In December of 2011, the Jacksonville Bankruptcy Courts began a HAMP modification program in Chapter 13 cases. The program is a voluntary mediation program that was modeled after successful programs in Orlando and Tampa Bankruptcy Courts.  The program cannot force the mortgage company to modify a loan. But, it does provide a process to obtain a HAMP modification through a mediation session with a federally appointed mediator. The great benefit of the program is that it is run through the Federal Bankruptcy Court and is subject to the Mediation Order issued by the Bankruptcy Judge. If the mortgage company fails to cooperate or does not offer a HAMP modification to an otherwise qualified candidate, that mortgage company may be subject to sanctions. In fact, statistically, our office has seen great success in obtaining modifications, either through HAMP or an “in house” program offered by the servicer. Each financial situation is different, so a full evaluation of your particular eligibility for the modification program must be performed prior to any recommendation to attempt to obtain a modification through Chapter 13.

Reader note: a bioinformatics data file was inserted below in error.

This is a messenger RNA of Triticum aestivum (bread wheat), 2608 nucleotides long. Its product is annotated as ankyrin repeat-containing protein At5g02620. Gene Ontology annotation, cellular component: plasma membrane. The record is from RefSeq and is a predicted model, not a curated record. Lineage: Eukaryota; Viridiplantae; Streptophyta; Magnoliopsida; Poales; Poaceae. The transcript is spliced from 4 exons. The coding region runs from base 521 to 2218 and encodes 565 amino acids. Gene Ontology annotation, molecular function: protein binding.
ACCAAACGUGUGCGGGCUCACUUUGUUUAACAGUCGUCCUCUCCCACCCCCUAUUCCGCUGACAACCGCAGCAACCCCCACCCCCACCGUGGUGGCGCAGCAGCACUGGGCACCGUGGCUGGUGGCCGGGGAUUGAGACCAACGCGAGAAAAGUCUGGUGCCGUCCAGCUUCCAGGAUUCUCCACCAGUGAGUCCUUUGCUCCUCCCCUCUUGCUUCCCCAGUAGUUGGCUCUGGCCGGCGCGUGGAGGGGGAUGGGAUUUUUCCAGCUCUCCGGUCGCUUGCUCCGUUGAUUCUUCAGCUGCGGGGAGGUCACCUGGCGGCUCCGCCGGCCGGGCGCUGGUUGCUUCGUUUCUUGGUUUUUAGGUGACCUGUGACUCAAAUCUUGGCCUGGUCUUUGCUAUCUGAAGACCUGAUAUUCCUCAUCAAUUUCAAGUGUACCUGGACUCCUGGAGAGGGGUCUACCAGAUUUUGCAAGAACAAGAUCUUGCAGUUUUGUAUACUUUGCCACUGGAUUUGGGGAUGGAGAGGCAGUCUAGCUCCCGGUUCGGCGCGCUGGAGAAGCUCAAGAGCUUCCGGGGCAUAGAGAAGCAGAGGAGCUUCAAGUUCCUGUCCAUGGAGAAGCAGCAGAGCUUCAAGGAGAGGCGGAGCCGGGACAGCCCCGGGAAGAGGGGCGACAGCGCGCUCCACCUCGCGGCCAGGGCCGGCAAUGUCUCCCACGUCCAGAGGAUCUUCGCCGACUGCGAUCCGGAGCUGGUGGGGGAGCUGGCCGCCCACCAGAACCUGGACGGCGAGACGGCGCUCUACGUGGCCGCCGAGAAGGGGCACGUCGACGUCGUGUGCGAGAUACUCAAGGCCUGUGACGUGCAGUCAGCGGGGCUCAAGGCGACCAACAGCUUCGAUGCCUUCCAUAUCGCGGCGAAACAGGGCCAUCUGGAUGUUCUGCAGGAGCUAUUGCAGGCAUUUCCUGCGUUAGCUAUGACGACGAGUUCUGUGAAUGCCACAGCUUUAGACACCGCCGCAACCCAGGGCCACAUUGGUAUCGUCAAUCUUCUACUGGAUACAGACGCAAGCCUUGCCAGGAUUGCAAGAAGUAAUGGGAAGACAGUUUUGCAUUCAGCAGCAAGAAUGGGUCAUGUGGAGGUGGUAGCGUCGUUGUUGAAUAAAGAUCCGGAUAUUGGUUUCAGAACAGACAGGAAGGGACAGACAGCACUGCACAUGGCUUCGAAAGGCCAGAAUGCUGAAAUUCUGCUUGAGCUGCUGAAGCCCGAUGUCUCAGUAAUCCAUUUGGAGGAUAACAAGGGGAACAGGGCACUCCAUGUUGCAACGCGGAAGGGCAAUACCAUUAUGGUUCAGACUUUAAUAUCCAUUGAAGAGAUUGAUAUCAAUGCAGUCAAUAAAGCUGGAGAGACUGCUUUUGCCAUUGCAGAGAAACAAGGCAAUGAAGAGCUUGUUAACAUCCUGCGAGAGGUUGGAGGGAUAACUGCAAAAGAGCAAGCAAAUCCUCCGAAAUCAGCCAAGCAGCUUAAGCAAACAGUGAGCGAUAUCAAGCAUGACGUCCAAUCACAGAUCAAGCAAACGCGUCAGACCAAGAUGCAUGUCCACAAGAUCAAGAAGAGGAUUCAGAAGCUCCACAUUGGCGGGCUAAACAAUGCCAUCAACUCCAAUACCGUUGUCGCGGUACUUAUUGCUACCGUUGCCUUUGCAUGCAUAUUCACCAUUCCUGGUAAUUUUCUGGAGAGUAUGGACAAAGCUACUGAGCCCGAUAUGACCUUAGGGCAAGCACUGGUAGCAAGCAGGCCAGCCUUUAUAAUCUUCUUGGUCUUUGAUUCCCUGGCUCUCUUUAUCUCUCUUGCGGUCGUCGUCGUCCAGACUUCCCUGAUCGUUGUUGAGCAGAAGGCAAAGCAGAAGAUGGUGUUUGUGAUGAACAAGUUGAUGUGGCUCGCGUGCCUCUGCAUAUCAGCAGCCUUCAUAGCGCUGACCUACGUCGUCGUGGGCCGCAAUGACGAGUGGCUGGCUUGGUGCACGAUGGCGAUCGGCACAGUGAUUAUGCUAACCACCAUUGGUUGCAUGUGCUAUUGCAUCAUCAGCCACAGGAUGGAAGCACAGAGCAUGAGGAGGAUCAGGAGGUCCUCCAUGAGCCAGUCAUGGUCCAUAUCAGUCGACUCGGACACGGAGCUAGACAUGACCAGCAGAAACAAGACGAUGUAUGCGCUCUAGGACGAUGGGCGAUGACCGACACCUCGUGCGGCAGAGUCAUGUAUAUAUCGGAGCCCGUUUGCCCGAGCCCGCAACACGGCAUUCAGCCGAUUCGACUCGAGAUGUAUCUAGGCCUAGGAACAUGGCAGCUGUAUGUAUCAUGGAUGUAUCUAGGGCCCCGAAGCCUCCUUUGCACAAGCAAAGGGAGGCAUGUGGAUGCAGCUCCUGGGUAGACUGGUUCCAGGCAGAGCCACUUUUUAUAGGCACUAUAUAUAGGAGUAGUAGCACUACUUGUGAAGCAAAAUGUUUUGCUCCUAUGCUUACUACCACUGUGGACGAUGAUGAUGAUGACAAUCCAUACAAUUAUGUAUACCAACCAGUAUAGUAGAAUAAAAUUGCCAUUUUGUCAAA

HAMP Eligibility

To be eligible for HAMP, a homeowner must owe less than $729,750 on a one-unit property, have established the mortgage prior to January 1, 2009, and have a monthly mortgage payment greater than 31 percent of his monthly gross income. Also, a homeowner must be able to provide documentation indicating that he is facing a serious financial hardship as a result of his mortgage.

Our office has a full-time person devoted to making sure that your paperwork is organized and prepared properly prior to submission to the mortgage servicer. Based on our experience, the paperwork component of the modification process is the step that most denials have been based upon outside of Chapter 13. Without the experience of a dedicated staff member and multiple past modifications, it is simply too difficult to put together a complete modification package which will satisfy a mortgage underwriter.

Once our office has obtained your package, the mediation session is set up to provide a decision on the modification request. Typically, the mediation session is held about 45 days after the modification package has been presented. The mediation session is held at our office with the mortgage company on the phone and generally lasts about 20 minutes. The mediator is present during the mediation session and will guide the parties through the process in order to ensure that each side has a chance to present whatever documentation and testimony is needed.